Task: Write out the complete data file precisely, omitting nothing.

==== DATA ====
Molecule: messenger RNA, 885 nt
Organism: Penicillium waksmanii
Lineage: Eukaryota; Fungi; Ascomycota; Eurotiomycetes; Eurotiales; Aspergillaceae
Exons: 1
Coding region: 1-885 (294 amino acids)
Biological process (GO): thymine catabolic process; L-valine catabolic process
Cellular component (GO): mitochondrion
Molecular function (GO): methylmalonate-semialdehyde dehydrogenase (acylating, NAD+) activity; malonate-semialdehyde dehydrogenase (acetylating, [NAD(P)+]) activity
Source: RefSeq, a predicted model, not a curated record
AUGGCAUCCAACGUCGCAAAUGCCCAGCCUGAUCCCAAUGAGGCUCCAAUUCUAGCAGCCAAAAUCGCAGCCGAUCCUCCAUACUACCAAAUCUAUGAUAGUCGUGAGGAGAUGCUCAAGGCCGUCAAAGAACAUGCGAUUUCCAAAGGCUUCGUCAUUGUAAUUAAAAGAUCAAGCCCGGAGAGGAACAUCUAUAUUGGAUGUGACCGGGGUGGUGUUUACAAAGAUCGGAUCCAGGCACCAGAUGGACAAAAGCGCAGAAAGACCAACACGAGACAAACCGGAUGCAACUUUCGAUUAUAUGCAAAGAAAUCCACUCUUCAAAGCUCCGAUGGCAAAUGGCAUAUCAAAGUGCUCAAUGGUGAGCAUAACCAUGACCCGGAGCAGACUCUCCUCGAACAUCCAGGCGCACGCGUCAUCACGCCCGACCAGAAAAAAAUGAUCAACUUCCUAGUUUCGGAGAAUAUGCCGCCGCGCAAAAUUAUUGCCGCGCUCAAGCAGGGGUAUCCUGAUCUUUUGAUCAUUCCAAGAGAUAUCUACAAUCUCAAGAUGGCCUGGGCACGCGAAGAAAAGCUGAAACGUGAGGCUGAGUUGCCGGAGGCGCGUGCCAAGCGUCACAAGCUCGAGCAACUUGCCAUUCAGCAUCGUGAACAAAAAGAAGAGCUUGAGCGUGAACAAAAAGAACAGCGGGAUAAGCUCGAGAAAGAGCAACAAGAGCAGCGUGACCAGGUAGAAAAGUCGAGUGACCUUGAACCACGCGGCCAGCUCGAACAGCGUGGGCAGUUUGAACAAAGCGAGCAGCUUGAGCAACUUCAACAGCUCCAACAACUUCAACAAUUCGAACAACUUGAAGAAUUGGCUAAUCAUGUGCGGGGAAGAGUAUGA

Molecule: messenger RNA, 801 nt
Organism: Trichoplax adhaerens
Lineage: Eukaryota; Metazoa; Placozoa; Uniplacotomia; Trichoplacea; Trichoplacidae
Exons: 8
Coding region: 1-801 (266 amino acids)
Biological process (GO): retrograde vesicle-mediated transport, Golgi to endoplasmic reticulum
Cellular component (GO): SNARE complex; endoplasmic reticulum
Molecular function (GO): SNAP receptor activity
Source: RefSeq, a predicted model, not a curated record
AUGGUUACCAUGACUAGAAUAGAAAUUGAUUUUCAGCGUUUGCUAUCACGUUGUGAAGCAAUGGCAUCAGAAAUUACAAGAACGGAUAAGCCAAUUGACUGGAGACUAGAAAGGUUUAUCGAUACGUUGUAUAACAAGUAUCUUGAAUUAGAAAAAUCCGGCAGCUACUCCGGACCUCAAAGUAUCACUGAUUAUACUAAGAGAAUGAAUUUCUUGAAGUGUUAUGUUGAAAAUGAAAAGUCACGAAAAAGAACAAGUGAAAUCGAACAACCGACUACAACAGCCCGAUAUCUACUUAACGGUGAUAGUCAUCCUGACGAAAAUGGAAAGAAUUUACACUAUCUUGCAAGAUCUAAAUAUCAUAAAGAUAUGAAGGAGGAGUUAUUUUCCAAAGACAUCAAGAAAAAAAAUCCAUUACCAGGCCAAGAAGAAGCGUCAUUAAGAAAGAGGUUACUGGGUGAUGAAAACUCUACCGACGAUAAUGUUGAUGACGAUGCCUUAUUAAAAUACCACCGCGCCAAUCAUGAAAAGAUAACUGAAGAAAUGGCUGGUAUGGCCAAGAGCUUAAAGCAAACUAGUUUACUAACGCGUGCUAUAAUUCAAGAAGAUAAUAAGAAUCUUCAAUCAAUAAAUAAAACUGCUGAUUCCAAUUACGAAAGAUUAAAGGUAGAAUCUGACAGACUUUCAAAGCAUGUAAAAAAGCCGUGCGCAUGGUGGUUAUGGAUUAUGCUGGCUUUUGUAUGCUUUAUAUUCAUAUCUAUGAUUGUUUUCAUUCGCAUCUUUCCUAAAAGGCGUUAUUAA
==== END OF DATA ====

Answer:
Molecule: messenger RNA, 885 nt
Organism: Penicillium waksmanii
Lineage: Eukaryota; Fungi; Ascomycota; Eurotiomycetes; Eurotiales; Aspergillaceae
Exons: 1
Coding region: 1-885 (294 amino acids)
Biological process (GO): thymine catabolic process; L-valine catabolic process
Cellular component (GO): mitochondrion
Molecular function (GO): methylmalonate-semialdehyde dehydrogenase (acylating, NAD+) activity; malonate-semialdehyde dehydrogenase (acetylating, [NAD(P)+]) activity
Source: RefSeq, a predicted model, not a curated record
AUGGCAUCCAACGUCGCAAAUGCCCAGCCUGAUCCCAAUGAGGCUCCAAUUCUAGCAGCCAAAAUCGCAGCCGAUCCUCCAUACUACCAAAUCUAUGAUAGUCGUGAGGAGAUGCUCAAGGCCGUCAAAGAACAUGCGAUUUCCAAAGGCUUCGUCAUUGUAAUUAAAAGAUCAAGCCCGGAGAGGAACAUCUAUAUUGGAUGUGACCGGGGUGGUGUUUACAAAGAUCGGAUCCAGGCACCAGAUGGACAAAAGCGCAGAAAGACCAACACGAGACAAACCGGAUGCAACUUUCGAUUAUAUGCAAAGAAAUCCACUCUUCAAAGCUCCGAUGGCAAAUGGCAUAUCAAAGUGCUCAAUGGUGAGCAUAACCAUGACCCGGAGCAGACUCUCCUCGAACAUCCAGGCGCACGCGUCAUCACGCCCGACCAGAAAAAAAUGAUCAACUUCCUAGUUUCGGAGAAUAUGCCGCCGCGCAAAAUUAUUGCCGCGCUCAAGCAGGGGUAUCCUGAUCUUUUGAUCAUUCCAAGAGAUAUCUACAAUCUCAAGAUGGCCUGGGCACGCGAAGAAAAGCUGAAACGUGAGGCUGAGUUGCCGGAGGCGCGUGCCAAGCGUCACAAGCUCGAGCAACUUGCCAUUCAGCAUCGUGAACAAAAAGAAGAGCUUGAGCGUGAACAAAAAGAACAGCGGGAUAAGCUCGAGAAAGAGCAACAAGAGCAGCGUGACCAGGUAGAAAAGUCGAGUGACCUUGAACCACGCGGCCAGCUCGAACAGCGUGGGCAGUUUGAACAAAGCGAGCAGCUUGAGCAACUUCAACAGCUCCAACAACUUCAACAAUUCGAACAACUUGAAGAAUUGGCUAAUCAUGUGCGGGGAAGAGUAUGA

Molecule: messenger RNA, 801 nt
Organism: Trichoplax adhaerens
Lineage: Eukaryota; Metazoa; Placozoa; Uniplacotomia; Trichoplacea; Trichoplacidae
Exons: 8
Coding region: 1-801 (266 amino acids)
Biological process (GO): retrograde vesicle-mediated transport, Golgi to endoplasmic reticulum
Cellular component (GO): SNARE complex; endoplasmic reticulum
Molecular function (GO): SNAP receptor activity
Source: RefSeq, a predicted model, not a curated record
AUGGUUACCAUGACUAGAAUAGAAAUUGAUUUUCAGCGUUUGCUAUCACGUUGUGAAGCAAUGGCAUCAGAAAUUACAAGAACGGAUAAGCCAAUUGACUGGAGACUAGAAAGGUUUAUCGAUACGUUGUAUAACAAGUAUCUUGAAUUAGAAAAAUCCGGCAGCUACUCCGGACCUCAAAGUAUCACUGAUUAUACUAAGAGAAUGAAUUUCUUGAAGUGUUAUGUUGAAAAUGAAAAGUCACGAAAAAGAACAAGUGAAAUCGAACAACCGACUACAACAGCCCGAUAUCUACUUAACGGUGAUAGUCAUCCUGACGAAAAUGGAAAGAAUUUACACUAUCUUGCAAGAUCUAAAUAUCAUAAAGAUAUGAAGGAGGAGUUAUUUUCCAAAGACAUCAAGAAAAAAAAUCCAUUACCAGGCCAAGAAGAAGCGUCAUUAAGAAAGAGGUUACUGGGUGAUGAAAACUCUACCGACGAUAAUGUUGAUGACGAUGCCUUAUUAAAAUACCACCGCGCCAAUCAUGAAAAGAUAACUGAAGAAAUGGCUGGUAUGGCCAAGAGCUUAAAGCAAACUAGUUUACUAACGCGUGCUAUAAUUCAAGAAGAUAAUAAGAAUCUUCAAUCAAUAAAUAAAACUGCUGAUUCCAAUUACGAAAGAUUAAAGGUAGAAUCUGACAGACUUUCAAAGCAUGUAAAAAAGCCGUGCGCAUGGUGGUUAUGGAUUAUGCUGGCUUUUGUAUGCUUUAUAUUCAUAUCUAUGAUUGUUUUCAUUCGCAUCUUUCCUAAAAGGCGUUAUUAA